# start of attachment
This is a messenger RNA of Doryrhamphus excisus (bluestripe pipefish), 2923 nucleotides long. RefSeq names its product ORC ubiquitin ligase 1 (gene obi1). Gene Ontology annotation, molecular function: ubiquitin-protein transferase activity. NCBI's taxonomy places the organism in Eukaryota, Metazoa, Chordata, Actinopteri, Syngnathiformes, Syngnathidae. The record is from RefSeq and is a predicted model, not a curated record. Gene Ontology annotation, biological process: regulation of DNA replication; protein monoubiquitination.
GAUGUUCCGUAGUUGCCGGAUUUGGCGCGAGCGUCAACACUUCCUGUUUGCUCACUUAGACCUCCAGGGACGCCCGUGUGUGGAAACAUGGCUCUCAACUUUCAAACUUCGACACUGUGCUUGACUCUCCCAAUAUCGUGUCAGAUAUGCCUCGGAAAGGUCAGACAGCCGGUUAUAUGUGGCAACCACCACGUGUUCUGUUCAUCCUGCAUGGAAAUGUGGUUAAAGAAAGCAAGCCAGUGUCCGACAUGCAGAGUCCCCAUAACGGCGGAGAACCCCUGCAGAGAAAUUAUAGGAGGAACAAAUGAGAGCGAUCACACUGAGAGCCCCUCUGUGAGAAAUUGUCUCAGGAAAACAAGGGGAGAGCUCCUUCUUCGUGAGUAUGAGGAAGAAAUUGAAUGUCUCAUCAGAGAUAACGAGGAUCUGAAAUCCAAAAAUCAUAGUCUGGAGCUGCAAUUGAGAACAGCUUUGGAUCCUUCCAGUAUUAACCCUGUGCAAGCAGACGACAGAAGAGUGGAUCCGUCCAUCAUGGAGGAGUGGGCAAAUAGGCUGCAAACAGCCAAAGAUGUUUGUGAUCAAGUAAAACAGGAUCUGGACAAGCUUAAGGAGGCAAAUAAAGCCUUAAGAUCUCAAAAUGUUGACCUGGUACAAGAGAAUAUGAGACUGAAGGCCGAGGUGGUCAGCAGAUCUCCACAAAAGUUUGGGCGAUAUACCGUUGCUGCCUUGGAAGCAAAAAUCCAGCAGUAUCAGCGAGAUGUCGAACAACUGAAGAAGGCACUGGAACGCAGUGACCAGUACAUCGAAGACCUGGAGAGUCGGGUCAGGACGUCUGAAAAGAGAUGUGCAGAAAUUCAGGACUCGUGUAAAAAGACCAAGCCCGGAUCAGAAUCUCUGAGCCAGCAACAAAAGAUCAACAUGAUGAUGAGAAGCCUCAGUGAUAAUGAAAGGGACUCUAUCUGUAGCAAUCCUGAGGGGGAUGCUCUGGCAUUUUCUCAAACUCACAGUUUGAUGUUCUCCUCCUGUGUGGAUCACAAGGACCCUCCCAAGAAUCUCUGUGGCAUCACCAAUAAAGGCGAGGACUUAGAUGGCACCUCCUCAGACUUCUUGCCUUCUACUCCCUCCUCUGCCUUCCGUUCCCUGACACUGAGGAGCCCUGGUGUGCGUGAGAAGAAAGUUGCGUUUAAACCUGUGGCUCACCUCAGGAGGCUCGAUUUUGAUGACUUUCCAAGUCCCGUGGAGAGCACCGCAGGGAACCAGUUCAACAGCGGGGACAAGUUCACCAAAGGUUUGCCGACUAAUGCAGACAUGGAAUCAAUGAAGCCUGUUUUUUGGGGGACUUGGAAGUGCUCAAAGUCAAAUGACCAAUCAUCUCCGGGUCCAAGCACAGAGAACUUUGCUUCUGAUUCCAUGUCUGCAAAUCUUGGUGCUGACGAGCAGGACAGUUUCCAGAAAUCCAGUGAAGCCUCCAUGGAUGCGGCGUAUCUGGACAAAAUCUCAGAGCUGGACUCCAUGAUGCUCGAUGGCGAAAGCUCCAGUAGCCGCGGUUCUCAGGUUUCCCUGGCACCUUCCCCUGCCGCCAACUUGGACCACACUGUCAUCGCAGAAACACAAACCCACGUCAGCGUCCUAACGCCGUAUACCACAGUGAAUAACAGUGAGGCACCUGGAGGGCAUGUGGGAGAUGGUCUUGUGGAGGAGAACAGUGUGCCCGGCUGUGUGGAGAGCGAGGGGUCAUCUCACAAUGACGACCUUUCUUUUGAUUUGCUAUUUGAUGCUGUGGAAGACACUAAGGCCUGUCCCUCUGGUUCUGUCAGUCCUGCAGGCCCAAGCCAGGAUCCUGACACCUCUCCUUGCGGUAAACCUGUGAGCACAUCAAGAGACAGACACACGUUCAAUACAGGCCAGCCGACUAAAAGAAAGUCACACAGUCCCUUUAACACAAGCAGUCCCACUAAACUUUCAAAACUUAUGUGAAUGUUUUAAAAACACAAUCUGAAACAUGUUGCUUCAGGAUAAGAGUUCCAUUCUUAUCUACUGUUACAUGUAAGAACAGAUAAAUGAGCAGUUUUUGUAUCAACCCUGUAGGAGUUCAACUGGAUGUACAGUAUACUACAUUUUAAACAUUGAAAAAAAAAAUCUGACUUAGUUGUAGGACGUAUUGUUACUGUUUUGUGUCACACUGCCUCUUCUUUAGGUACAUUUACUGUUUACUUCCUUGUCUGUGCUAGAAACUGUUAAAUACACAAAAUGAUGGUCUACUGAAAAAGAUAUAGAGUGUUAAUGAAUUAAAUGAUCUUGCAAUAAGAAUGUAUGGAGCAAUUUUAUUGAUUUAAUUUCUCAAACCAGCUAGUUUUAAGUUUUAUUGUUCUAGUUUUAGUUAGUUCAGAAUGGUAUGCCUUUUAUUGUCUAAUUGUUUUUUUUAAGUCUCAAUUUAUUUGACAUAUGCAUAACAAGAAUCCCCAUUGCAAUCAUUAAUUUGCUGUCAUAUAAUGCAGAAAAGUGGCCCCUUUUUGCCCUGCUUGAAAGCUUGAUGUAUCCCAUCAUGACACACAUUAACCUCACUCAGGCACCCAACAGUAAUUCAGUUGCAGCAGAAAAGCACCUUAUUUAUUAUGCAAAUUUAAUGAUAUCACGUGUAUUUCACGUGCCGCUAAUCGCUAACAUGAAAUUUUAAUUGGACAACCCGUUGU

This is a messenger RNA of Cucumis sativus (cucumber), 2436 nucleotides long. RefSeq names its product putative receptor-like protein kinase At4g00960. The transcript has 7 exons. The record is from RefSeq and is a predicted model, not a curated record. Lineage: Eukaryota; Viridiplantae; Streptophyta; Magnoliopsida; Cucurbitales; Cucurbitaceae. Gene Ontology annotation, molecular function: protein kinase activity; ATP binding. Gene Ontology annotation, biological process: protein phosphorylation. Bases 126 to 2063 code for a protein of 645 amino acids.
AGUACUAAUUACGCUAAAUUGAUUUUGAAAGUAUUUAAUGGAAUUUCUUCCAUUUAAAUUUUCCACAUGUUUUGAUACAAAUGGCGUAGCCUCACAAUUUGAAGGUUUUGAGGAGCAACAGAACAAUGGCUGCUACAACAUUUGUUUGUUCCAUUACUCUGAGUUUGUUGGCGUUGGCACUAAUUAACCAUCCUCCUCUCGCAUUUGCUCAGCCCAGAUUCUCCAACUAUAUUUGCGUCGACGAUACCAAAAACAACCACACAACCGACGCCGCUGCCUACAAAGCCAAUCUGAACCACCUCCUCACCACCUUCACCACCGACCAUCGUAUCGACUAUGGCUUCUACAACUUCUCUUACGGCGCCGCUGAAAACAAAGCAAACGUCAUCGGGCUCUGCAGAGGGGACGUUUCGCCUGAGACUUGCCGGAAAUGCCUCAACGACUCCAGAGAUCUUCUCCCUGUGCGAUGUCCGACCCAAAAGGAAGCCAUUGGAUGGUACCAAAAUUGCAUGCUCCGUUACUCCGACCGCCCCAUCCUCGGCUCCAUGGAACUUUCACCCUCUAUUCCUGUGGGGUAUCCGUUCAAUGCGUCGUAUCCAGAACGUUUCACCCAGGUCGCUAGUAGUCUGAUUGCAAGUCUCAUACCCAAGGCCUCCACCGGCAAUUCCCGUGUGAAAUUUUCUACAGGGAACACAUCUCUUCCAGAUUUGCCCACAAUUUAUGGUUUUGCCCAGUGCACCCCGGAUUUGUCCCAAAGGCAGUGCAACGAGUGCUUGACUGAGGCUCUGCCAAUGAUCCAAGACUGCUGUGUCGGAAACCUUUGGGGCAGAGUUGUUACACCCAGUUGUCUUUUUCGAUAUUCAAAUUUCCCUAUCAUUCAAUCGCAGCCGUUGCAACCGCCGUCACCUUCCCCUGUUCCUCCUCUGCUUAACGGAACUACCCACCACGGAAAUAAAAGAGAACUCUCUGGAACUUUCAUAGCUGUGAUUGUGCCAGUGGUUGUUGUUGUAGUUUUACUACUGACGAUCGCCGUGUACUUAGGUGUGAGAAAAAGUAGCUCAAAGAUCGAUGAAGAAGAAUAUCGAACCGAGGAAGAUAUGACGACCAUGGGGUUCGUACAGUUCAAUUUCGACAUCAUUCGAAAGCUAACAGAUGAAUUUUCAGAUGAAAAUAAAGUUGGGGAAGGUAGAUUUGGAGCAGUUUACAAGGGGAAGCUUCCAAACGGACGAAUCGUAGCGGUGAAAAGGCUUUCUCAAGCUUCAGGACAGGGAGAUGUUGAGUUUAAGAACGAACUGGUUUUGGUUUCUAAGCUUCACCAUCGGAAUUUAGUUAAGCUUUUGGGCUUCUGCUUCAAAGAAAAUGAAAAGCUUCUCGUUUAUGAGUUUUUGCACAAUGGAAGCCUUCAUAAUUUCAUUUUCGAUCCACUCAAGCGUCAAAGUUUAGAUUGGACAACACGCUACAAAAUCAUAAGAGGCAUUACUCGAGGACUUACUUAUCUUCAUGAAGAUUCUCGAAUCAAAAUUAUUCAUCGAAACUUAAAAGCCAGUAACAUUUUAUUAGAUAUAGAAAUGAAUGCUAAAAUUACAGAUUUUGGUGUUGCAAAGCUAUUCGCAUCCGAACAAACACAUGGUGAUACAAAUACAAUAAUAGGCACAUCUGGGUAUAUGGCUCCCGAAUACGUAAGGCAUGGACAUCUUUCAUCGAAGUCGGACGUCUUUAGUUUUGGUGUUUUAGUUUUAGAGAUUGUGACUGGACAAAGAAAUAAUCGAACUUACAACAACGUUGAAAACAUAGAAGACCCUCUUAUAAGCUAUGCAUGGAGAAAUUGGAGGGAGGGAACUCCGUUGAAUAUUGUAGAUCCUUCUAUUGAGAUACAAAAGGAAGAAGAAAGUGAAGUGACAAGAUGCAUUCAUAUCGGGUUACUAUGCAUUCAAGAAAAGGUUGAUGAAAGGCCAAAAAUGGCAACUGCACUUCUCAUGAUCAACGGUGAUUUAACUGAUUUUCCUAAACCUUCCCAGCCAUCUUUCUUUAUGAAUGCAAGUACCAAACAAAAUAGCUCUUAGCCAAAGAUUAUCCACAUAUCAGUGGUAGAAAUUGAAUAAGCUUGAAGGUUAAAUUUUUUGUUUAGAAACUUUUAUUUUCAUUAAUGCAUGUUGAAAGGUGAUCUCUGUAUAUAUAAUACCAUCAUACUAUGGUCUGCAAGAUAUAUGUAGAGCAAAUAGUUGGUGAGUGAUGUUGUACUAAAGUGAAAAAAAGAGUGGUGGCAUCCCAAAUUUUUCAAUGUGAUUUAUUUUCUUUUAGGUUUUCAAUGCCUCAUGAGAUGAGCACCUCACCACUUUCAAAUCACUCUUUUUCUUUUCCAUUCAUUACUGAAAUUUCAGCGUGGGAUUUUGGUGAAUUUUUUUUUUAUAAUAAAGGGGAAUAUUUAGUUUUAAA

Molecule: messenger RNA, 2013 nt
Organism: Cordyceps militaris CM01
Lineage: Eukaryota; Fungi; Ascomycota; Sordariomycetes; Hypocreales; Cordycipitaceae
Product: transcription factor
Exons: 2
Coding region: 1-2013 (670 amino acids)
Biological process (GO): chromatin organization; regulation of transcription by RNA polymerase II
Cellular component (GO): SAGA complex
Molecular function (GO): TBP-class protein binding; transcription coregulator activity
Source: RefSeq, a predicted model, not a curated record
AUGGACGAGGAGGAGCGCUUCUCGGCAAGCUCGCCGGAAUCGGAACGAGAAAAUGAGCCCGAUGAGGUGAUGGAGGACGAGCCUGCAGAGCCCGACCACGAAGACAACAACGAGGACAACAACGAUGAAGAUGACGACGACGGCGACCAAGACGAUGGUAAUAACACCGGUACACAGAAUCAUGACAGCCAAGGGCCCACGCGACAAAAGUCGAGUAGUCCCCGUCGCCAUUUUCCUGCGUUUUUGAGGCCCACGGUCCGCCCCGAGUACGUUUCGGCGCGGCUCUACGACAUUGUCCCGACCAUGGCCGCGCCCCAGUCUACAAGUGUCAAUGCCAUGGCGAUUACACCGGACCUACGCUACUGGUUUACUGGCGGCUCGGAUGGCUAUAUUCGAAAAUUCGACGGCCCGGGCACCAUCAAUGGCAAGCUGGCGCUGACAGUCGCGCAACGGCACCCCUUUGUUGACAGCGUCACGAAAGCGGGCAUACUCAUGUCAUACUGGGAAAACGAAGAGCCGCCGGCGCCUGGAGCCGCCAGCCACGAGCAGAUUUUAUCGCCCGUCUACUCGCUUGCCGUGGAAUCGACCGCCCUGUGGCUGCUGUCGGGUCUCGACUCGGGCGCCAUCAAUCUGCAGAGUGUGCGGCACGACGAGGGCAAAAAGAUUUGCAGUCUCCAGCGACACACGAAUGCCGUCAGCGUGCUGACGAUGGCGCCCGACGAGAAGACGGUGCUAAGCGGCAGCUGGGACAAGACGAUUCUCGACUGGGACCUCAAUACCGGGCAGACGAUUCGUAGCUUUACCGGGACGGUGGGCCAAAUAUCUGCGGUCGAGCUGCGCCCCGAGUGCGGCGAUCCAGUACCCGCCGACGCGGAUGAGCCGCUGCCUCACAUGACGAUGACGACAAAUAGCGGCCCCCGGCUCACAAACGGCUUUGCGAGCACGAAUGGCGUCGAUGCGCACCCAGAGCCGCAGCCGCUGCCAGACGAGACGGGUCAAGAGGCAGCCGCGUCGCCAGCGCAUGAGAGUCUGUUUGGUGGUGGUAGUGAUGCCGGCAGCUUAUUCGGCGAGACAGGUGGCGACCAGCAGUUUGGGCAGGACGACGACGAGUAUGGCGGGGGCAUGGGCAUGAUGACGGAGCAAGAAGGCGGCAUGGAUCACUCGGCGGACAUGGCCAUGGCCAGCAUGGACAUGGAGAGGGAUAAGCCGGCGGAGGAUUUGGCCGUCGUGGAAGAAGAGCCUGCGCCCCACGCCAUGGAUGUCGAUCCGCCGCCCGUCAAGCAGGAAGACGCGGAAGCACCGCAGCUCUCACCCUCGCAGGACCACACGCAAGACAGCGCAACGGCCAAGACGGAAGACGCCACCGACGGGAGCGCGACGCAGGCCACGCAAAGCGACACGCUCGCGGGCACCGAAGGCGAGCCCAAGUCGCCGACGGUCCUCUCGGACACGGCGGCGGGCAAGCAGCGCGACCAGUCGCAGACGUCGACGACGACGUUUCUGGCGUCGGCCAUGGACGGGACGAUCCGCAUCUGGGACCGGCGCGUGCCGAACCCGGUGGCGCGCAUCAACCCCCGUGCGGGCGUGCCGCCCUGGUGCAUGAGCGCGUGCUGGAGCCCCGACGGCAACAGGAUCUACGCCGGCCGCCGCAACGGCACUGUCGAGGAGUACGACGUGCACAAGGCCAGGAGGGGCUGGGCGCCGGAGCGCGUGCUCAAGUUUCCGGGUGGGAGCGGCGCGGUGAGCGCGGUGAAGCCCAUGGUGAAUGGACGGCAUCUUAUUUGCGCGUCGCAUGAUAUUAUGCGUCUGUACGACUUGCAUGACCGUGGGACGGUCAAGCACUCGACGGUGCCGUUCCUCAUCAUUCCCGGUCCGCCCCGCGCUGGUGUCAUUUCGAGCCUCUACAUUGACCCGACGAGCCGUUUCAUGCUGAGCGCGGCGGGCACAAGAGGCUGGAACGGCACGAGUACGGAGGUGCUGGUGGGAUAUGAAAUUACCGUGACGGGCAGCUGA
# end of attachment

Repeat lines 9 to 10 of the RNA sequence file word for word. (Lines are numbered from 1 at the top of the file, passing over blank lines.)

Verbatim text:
Exons: 2
Coding region: 1-2013 (670 amino acids)